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How to Improve Debt-to-Income Ratio

If you’ve recently been in the market for a mortgage loan, you may have come across the term “debt-to-income ratio.” This ratio is one of the many factors lenders use when considering you for a loan.

But what is a debt-to-income ratio?

A debt-to-income-ratio (DTI) is the percentage of your gross monthly income that goes to debt payments. Debt payments can include credit card debt, auto loans, and insurance premiums.

How to Calculate DTI

In order to calculate your debt-to-income ratio, you need to determine your monthly gross income before taxes. This must include all sources of income you may have.

Next, determine what your monthly debt payments are. If you’ve already created a budget, this should be easy. Be sure to include credit cards, auto loan, mortgage, and so on.

The final step in calculating your debt-to-income ratio is to divide your total monthly debt payments by your gross monthly income. To get a percentage, move the decimal point over to the right two times.

Here’s an example of a debt to income ratio formula calculation:

Monthly:

Mortgage: + $1100

Auto loan: + $300

Credit card payments: + $200

Monthly debt total = $1600

Monthly income gross / $4200

1600 / 4200 = .3809

0.3809(100) = 38.09

Debt ratio = 38%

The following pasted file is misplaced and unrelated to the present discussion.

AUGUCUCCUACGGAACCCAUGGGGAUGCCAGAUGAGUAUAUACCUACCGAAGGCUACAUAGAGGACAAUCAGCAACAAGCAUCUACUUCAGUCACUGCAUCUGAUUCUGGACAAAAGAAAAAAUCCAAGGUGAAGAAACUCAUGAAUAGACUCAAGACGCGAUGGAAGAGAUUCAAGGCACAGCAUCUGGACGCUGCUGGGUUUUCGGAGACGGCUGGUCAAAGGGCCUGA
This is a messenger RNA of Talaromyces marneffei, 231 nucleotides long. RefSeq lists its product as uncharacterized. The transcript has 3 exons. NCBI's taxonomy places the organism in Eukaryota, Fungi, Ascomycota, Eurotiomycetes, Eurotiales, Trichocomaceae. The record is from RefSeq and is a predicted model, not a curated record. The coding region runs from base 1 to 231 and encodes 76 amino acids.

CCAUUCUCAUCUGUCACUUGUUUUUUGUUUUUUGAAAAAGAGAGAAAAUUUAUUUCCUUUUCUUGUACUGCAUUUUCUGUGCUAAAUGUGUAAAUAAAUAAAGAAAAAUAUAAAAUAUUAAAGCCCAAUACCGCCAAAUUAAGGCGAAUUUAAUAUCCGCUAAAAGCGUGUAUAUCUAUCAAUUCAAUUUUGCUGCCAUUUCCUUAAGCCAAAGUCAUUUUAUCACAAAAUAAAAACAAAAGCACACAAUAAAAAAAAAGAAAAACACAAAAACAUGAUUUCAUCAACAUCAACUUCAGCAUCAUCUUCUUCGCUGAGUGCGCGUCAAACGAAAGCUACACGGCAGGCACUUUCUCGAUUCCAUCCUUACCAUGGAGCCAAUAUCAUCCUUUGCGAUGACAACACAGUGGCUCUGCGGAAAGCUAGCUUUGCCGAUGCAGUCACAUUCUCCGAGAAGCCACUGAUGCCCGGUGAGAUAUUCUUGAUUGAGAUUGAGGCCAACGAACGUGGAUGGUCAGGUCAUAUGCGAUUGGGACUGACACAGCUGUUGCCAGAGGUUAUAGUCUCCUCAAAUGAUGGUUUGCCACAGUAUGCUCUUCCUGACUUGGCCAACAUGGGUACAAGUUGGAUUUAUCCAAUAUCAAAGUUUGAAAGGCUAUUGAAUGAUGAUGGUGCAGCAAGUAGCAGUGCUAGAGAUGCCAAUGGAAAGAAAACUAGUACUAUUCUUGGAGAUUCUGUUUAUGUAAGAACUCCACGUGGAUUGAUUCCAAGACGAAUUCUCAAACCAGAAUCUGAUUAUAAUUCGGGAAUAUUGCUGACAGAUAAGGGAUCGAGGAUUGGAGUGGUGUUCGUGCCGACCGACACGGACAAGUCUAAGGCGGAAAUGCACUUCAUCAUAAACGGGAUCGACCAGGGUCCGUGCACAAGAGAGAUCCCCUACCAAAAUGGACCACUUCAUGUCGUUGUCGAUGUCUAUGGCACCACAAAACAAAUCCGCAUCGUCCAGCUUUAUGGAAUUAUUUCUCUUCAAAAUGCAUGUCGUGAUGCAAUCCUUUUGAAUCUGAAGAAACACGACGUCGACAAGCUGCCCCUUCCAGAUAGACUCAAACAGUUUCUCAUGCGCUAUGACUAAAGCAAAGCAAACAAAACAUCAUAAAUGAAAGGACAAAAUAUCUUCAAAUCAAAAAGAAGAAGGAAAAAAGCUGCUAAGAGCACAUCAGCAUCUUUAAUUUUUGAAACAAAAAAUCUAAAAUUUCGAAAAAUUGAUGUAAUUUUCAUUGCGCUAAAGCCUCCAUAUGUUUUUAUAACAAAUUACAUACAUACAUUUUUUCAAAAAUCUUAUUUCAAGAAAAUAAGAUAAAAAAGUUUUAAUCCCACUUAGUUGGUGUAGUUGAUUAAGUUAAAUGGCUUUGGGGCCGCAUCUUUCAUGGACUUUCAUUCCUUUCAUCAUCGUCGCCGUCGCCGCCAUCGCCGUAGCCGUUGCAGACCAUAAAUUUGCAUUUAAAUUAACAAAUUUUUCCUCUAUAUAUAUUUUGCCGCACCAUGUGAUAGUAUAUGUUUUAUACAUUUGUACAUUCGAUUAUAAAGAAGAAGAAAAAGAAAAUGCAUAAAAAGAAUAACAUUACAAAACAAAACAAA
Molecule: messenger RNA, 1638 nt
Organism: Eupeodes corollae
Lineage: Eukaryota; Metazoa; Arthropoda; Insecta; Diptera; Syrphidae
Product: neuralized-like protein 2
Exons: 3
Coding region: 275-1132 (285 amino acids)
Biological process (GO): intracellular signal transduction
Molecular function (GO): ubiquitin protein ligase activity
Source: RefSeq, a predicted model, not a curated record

What is a Good Debt-to-Income Ratio?

Generally, an acceptable debt-to-income ratio should sit at 36% or below. Some lenders, like mortgage lenders, generally require a debt ratio of 36% or less. In the example above, the debt ratio of 38% is a bit too high.

However, some government loans allow for higher DTIs, often in the 41-43% range.

Why is Your Debt-to-Income Ratio Important?

A DTI is often used when you apply for a home loan. Even if you’re not currently looking to buy a house, knowing your DTI is still important.

First, your DTI is a reflection of your financial health. This percentage can give you an idea of where you are financially, and where you would like to go. It is a valuable tool for calculating your most comfortable debt levels and whether or not you should apply for more credit.

Mortgage lenders are not the only lending companies to use this metric. If you’re interested in applying for a credit card or an auto loan, lenders may use your DTI to determine if lending you money is worth the risk. If you have too much debt, you might not be approved. 

How Much Does Debt-to-Income Ratio Affect a Credit Score?

Your income does not have an impact on your credit score. Therefore, your DTI does not affect your credit score.

However, 30% of your credit score is based on your credit utilization rate or the amount available on your current line of credit. Generally, your utilization rate should be 30% or lower to avoid having a negative effect on your credit score. That means that in order to have a good credit score, you must have a small amount of debt and actively pay it off. 

What is the Best Debt-to-Income ratio?

Long term, the answer is “as low as you can get it.”

However, hard numbers are better tools for comparison. Take a look at the following DTI ranges:

  •       35% or less = Good
  •       36-43% = Acceptable but Needs Work
  •       44% and up = Bad

If you’re trying to get a home loan, 36% is the most recommended debt-to-income ratio. If you don’t have a significant down payment saved up, 31% is a better target.

So how do you improve your Debt-to-Income Ratio?